Thursday, July 24, 2008

MP3 players: Assessing Accessiblity

Do you plan to buy a new personal MP3 for your audiobook listening? Will you be adding iPods or Windows-based MP3 players to your public or school library collection for patron checkout, increasing your patron's use of subscription download services such as OverDrive or NetLibrary? Perhaps you are a classroom or special education teacher looking for a way to make use of the public library's free audiobook downloads by having MP3 players, a Sony E Reader or Kindle for student use. Be sure to take a look at these recommendations of mainstream audio players from the American Foundation for the Blind. Here's what the project is all about:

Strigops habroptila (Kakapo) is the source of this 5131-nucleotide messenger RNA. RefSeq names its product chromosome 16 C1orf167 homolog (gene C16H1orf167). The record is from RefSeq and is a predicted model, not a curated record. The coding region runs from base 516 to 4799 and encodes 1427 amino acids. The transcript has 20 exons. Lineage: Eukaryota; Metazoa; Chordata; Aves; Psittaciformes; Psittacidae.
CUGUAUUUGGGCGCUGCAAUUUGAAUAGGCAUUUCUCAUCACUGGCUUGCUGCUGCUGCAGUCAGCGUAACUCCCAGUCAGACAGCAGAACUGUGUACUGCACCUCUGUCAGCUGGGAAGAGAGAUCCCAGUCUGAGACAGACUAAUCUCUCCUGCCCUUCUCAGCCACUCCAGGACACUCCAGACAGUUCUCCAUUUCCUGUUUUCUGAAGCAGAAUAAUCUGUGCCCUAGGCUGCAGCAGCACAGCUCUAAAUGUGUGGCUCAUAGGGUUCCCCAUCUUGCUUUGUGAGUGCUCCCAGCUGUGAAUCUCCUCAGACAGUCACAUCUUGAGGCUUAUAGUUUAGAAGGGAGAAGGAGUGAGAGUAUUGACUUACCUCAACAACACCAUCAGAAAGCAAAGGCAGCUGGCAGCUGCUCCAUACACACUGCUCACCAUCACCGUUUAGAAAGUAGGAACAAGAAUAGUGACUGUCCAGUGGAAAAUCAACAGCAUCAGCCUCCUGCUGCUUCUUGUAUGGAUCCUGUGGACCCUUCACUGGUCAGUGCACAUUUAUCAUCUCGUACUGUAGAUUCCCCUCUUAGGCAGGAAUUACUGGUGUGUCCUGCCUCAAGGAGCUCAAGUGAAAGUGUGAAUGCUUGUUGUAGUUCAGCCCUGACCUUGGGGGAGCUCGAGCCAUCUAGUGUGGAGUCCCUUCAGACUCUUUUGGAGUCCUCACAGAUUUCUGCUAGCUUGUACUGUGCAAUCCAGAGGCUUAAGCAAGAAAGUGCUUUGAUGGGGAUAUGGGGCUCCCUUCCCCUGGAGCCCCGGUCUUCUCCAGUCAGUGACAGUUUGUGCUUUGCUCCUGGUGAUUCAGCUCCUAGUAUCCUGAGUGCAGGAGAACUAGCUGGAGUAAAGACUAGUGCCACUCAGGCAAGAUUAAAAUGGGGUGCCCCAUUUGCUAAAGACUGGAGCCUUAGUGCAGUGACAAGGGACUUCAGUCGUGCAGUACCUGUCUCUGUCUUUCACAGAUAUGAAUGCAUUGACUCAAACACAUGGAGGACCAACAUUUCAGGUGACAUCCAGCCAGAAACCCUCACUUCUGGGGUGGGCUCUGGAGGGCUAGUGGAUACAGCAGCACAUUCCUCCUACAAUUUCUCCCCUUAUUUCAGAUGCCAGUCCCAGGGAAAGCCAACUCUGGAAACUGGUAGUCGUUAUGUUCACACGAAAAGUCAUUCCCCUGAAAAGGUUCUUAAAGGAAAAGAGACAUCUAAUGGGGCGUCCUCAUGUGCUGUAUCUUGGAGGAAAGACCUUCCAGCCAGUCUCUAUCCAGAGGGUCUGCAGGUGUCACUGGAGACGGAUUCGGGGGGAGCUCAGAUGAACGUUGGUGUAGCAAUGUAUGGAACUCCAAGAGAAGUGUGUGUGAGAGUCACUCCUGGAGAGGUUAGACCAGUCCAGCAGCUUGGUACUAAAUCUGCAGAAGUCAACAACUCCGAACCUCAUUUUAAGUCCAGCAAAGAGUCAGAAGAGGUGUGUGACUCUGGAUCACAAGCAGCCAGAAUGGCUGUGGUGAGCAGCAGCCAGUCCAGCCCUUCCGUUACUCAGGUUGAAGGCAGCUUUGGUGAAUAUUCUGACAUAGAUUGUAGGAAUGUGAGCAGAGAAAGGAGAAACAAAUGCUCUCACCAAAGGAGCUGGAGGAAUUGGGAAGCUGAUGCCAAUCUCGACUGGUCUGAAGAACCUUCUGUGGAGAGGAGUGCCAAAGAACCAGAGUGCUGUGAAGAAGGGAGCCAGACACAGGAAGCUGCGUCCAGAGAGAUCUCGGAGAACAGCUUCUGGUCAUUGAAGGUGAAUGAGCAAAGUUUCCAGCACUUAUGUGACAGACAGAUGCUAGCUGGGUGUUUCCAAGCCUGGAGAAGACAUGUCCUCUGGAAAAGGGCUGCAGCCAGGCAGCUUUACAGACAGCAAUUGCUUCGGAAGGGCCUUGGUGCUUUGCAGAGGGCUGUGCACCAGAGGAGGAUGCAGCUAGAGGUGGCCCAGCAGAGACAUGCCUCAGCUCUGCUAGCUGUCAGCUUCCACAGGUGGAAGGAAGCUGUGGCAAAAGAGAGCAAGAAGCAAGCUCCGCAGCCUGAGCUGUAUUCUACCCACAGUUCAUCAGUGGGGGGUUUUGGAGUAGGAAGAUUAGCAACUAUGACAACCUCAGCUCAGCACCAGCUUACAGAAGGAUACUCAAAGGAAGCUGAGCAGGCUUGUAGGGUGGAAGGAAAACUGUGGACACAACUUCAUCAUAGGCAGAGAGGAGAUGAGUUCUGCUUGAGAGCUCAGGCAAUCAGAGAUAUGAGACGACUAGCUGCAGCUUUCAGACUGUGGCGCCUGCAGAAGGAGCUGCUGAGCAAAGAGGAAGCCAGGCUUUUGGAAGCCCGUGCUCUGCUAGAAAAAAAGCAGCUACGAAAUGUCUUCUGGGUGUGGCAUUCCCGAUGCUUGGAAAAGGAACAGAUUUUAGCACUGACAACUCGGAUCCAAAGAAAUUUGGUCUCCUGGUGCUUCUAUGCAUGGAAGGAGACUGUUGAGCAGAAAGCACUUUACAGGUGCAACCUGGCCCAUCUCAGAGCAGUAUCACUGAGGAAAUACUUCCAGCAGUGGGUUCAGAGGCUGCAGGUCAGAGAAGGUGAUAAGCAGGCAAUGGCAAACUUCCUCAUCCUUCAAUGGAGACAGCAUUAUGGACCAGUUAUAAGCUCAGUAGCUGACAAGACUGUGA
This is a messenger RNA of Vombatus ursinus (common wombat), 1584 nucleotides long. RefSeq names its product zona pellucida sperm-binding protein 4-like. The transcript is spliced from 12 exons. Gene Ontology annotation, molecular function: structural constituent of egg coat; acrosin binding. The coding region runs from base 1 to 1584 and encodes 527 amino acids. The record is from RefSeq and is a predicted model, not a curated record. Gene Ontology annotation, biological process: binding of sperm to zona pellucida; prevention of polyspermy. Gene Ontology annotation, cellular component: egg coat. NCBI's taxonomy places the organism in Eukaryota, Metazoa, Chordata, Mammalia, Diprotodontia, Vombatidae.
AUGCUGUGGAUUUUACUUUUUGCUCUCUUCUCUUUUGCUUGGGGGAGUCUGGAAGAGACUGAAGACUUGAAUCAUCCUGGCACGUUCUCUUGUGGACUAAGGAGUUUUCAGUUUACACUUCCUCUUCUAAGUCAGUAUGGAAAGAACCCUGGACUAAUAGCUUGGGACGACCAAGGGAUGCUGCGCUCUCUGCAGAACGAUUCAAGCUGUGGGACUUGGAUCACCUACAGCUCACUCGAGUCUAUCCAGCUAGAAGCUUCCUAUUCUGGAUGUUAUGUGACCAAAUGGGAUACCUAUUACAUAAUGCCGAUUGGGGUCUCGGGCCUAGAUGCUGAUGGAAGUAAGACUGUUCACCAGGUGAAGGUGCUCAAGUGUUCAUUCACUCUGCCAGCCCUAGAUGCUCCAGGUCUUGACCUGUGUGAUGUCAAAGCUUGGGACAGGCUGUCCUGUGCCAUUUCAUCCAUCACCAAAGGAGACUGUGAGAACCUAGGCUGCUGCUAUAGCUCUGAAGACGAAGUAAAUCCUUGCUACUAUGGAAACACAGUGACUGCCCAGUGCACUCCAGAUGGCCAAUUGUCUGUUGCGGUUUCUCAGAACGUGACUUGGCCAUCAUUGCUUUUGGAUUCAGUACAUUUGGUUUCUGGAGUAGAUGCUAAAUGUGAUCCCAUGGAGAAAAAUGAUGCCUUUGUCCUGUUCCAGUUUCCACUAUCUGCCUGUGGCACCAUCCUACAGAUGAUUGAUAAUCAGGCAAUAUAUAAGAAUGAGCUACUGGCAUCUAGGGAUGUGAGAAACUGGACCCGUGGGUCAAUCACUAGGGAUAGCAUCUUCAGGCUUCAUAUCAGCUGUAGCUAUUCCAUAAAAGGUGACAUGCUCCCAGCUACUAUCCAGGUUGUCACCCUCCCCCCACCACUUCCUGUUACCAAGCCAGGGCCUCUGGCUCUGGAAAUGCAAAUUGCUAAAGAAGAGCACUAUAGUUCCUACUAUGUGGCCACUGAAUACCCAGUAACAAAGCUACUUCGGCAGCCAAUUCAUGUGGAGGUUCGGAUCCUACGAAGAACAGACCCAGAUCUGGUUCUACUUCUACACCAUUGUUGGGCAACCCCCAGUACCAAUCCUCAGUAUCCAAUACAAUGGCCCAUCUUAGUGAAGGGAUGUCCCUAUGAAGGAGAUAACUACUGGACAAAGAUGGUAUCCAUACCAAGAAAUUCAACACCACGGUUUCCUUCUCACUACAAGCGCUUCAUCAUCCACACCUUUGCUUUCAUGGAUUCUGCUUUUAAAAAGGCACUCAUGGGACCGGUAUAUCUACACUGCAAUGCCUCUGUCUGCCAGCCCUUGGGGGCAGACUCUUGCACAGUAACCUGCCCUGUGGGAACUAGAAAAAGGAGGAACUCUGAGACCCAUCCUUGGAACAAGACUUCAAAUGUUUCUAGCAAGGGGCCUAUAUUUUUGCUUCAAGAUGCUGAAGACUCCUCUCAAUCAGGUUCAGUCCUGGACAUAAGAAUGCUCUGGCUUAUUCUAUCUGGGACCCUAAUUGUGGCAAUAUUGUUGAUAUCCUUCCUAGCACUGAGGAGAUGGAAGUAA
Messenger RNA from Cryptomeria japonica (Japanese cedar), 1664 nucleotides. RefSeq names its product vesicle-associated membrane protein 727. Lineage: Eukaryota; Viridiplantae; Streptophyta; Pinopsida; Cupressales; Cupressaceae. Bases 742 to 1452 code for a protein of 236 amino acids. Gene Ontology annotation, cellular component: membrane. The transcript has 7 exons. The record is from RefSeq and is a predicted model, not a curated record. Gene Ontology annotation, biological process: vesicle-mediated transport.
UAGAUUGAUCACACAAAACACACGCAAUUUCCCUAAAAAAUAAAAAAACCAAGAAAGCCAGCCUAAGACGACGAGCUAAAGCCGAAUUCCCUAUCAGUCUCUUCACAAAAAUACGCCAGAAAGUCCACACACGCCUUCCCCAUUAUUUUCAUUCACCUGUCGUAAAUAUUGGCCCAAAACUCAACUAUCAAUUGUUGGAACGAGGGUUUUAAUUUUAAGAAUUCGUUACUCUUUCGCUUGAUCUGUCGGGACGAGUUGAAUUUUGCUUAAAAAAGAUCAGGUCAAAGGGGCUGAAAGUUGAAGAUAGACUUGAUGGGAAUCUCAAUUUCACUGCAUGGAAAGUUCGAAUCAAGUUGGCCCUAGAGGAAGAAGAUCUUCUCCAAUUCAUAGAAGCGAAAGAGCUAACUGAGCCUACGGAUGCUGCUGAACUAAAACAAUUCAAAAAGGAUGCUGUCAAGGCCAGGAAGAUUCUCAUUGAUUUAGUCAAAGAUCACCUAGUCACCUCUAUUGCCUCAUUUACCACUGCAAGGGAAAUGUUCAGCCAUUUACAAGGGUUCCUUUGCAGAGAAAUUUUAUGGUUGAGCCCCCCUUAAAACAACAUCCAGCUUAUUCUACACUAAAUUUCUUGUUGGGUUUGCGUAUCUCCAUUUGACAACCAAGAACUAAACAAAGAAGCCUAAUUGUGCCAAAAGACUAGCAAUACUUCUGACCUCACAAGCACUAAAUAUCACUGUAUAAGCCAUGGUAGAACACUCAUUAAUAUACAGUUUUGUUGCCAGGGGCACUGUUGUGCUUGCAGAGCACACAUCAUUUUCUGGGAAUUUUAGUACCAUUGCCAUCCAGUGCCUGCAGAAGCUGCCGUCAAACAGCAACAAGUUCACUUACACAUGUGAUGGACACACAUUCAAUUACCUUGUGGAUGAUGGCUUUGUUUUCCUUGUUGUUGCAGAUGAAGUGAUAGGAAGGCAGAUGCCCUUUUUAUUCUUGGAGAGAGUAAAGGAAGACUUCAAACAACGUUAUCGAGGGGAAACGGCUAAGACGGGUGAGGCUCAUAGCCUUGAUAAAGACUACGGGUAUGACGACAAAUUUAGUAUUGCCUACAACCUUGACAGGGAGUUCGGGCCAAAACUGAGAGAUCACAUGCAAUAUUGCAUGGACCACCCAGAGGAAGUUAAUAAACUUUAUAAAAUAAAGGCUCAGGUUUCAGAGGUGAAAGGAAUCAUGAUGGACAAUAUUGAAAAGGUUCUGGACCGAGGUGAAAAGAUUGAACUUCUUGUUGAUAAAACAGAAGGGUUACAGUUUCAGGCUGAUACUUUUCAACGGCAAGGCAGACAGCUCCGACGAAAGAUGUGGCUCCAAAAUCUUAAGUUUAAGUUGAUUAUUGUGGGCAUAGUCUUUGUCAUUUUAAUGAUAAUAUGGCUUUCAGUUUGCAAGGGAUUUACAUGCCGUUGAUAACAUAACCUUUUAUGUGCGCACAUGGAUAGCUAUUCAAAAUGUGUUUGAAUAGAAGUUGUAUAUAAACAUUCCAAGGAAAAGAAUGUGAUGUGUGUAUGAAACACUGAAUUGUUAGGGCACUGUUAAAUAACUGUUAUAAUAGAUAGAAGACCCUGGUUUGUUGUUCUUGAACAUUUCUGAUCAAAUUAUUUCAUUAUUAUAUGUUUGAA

Thanks to grants from the Reader's Digest Partners for Sight Foundation and the Huntington Foundation, AFB TECH has been evaluating the accessibility of what we call portable media players. Our project has focused on using these players with digital music, books, and other sources of digital information. Apple's iPod is certainly the most well-known product in this category of devices, which are sometimes referred to as MP3 players or digital audio players. For this project, we gathered the current line of Apple iPods, but we also examined several other mainstream devices, including the Creative Technology line of players, the Microsoft Zune, the Sony Walkman and E Reader, the Amazon Kindle, and the Olympus DS-50 digital voice recorder.
Great information for any audio player user - with important accessibility issues to kind in mind.

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